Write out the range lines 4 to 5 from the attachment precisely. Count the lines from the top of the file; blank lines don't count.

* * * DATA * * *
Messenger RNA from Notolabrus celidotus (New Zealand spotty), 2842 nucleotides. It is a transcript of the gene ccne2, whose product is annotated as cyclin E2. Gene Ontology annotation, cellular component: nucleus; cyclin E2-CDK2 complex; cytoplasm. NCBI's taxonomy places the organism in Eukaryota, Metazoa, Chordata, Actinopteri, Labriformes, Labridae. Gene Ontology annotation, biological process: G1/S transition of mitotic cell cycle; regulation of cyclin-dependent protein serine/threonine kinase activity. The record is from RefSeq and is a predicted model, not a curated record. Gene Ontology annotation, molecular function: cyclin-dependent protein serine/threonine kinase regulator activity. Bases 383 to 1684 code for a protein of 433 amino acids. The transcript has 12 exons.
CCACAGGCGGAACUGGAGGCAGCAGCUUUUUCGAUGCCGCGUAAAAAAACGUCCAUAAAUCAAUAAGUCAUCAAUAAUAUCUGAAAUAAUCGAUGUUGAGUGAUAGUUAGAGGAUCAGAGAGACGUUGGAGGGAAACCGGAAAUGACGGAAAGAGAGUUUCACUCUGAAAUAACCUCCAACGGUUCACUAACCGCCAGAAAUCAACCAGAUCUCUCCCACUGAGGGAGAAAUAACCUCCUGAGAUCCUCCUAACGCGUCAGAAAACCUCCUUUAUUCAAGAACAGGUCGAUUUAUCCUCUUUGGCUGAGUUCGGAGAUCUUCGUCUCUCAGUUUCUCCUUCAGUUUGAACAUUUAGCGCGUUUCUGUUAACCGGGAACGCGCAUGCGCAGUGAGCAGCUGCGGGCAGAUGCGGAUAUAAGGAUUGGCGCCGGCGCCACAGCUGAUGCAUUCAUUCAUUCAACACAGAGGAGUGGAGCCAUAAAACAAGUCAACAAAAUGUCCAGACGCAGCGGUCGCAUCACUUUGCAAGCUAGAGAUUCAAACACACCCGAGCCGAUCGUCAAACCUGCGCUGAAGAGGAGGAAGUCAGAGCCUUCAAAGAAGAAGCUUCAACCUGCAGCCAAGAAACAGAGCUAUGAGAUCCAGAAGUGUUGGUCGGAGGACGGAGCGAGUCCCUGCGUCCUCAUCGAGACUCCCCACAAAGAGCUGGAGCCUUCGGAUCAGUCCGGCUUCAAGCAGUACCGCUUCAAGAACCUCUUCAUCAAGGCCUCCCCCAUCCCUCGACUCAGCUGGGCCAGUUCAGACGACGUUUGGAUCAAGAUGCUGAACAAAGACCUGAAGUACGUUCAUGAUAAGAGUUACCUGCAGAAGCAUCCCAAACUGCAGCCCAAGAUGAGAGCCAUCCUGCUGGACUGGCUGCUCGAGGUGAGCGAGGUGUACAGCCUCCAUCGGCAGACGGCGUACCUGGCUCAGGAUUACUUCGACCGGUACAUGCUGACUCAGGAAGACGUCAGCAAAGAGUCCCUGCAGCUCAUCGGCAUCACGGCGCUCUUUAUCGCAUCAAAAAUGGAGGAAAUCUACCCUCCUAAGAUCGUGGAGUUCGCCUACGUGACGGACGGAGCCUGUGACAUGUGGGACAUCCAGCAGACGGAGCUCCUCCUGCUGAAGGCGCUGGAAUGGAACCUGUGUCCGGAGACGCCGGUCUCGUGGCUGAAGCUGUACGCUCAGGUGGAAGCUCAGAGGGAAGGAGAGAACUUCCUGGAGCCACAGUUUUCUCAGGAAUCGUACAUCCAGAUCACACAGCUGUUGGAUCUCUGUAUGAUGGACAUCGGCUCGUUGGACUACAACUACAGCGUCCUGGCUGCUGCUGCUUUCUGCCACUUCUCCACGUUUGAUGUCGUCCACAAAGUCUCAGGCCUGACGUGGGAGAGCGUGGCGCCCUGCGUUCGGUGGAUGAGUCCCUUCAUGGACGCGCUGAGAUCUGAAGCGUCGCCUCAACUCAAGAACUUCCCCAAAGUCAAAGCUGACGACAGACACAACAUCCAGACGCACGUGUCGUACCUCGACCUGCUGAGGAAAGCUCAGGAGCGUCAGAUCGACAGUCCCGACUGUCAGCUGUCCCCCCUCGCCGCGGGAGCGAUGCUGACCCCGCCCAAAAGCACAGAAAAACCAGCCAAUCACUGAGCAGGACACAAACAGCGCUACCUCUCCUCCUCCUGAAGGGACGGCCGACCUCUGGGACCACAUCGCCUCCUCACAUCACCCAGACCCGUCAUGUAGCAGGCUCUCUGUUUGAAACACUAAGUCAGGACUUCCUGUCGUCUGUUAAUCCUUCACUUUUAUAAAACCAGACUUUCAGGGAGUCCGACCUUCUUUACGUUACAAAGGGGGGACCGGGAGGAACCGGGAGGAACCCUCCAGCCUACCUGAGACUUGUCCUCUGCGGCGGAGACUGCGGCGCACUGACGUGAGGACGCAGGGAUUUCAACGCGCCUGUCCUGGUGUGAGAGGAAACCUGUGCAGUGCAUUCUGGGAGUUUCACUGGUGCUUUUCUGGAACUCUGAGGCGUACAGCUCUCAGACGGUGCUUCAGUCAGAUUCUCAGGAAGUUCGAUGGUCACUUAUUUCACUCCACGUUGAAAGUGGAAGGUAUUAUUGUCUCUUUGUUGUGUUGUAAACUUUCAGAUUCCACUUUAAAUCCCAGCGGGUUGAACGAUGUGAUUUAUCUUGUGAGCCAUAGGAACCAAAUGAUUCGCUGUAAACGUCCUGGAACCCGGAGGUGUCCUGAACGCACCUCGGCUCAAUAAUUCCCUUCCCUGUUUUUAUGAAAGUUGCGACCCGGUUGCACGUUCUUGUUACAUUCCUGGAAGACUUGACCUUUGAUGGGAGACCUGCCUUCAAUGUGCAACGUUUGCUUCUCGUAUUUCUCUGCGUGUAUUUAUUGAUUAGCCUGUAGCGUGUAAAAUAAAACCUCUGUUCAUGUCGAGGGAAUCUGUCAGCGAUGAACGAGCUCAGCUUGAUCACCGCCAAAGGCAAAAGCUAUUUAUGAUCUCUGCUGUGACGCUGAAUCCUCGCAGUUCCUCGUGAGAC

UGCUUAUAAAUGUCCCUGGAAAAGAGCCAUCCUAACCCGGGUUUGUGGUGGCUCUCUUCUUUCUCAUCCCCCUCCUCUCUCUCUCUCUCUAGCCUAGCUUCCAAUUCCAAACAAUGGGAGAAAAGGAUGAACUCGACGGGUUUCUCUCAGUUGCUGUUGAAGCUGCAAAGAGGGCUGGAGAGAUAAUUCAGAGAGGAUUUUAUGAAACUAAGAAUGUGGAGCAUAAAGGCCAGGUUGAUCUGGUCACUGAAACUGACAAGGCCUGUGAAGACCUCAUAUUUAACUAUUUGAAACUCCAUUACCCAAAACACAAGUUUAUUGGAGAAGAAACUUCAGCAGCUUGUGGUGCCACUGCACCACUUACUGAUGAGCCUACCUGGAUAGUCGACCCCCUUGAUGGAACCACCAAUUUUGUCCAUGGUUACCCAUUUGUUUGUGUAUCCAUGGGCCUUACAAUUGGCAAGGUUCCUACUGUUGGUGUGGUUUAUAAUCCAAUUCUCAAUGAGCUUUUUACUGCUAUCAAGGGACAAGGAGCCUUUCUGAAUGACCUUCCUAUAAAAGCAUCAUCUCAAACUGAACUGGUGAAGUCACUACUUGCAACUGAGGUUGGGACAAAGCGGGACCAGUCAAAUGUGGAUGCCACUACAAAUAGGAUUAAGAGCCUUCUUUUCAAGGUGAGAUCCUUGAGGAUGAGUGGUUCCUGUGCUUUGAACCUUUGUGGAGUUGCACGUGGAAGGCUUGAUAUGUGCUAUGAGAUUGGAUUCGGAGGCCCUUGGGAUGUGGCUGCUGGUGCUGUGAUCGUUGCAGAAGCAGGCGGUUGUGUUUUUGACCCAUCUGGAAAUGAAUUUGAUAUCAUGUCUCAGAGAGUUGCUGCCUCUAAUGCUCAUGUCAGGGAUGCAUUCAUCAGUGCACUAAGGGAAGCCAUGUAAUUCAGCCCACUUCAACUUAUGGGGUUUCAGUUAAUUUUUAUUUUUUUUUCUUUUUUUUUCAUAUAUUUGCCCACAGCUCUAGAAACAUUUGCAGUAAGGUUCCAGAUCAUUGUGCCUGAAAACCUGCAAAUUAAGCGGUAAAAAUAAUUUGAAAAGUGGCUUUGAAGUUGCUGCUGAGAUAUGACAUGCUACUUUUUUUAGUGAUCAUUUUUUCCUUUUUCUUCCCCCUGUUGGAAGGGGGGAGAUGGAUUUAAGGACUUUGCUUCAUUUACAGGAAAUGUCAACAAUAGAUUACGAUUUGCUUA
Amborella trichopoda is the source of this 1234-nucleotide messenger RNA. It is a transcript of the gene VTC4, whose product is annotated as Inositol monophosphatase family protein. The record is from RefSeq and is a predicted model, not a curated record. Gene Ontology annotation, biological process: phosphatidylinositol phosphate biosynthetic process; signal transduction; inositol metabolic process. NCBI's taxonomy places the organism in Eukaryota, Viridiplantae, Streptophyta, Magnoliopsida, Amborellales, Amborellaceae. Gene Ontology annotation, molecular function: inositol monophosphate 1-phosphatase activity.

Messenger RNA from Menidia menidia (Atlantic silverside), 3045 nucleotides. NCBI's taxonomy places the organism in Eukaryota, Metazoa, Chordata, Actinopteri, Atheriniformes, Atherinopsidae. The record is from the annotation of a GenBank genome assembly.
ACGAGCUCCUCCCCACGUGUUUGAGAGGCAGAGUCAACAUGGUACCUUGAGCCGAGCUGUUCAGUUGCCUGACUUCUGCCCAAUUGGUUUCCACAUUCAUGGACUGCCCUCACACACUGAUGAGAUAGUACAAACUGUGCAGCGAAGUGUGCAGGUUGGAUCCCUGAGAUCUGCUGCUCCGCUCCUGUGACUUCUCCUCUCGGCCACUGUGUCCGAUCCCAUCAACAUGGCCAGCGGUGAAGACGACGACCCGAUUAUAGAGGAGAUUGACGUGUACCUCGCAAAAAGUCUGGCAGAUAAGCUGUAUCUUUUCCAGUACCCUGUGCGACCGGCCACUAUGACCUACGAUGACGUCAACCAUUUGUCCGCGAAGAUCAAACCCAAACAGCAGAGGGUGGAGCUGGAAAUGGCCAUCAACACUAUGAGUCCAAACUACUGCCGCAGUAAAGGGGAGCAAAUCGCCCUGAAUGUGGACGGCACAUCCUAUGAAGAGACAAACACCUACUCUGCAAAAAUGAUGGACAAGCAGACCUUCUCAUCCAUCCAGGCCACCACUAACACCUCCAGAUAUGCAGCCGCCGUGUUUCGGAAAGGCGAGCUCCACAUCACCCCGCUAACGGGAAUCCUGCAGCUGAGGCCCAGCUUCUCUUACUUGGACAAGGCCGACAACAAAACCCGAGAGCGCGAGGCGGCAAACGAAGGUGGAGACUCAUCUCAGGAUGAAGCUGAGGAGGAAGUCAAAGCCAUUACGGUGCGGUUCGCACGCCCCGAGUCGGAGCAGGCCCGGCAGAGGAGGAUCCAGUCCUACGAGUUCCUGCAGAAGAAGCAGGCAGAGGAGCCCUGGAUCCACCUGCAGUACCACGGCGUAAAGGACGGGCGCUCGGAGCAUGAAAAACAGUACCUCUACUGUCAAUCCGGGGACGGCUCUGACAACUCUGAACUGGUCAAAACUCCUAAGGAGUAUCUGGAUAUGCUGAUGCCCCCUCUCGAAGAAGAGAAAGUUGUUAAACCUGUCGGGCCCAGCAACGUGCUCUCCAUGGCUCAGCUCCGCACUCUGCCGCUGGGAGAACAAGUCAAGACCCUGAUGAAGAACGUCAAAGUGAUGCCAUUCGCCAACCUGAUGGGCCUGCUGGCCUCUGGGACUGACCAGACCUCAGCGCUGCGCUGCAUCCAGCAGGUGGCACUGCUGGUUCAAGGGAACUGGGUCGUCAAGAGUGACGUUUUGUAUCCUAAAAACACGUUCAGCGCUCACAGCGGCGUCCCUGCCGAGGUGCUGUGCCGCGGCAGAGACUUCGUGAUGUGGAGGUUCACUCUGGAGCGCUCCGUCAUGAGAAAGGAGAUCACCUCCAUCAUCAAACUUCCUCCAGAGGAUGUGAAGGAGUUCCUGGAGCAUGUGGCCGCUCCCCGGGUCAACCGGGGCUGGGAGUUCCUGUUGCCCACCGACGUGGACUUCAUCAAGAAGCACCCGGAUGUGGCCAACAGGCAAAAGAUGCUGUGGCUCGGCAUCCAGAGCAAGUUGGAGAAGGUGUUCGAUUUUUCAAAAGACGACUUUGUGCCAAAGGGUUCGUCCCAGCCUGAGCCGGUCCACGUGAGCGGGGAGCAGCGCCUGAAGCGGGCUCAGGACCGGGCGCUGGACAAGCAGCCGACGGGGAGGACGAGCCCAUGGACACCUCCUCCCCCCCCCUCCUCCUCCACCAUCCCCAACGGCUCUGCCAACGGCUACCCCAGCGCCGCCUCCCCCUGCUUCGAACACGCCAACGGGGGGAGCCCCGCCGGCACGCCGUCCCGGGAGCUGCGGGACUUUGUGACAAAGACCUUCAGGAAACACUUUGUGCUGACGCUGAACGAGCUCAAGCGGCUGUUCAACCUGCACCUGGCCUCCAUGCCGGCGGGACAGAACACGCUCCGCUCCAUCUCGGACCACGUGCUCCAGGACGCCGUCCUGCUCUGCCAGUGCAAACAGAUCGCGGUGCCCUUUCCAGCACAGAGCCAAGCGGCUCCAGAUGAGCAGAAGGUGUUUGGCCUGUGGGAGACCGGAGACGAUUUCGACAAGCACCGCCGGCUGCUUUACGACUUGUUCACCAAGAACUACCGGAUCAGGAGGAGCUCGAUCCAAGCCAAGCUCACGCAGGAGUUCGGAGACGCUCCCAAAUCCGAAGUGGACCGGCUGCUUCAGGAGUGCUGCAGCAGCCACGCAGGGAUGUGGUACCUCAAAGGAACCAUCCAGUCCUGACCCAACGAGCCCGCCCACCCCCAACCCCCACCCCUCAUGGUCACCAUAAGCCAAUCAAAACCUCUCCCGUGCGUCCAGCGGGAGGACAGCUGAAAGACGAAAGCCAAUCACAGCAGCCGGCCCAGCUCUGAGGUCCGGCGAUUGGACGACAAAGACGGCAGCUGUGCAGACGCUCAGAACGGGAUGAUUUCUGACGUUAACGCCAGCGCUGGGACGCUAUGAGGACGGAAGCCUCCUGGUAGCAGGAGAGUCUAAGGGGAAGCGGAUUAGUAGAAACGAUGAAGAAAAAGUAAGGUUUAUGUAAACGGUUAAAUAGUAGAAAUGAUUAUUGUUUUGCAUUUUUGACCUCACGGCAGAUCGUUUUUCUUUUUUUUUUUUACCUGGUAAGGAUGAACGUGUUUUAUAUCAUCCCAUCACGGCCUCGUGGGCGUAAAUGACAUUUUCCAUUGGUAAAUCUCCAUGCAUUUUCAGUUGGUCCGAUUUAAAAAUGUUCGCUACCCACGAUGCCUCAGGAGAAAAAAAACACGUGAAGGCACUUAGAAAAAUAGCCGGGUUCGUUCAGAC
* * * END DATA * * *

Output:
Amborella trichopoda is the source of this 1234-nucleotide messenger RNA. It is a transcript of the gene VTC4, whose product is annotated as Inositol monophosphatase family protein. The record is from RefSeq and is a predicted model, not a curated record. Gene Ontology annotation, biological process: phosphatidylinositol phosphate biosynthetic process; signal transduction; inositol metabolic process. NCBI's taxonomy places the organism in Eukaryota, Viridiplantae, Streptophyta, Magnoliopsida, Amborellales, Amborellaceae. Gene Ontology annotation, molecular function: inositol monophosphate 1-phosphatase activity.

Messenger RNA from Menidia menidia (Atlantic silverside), 3045 nucleotides. NCBI's taxonomy places the organism in Eukaryota, Metazoa, Chordata, Actinopteri, Atheriniformes, Atherinopsidae. The record is from the annotation of a GenBank genome assembly.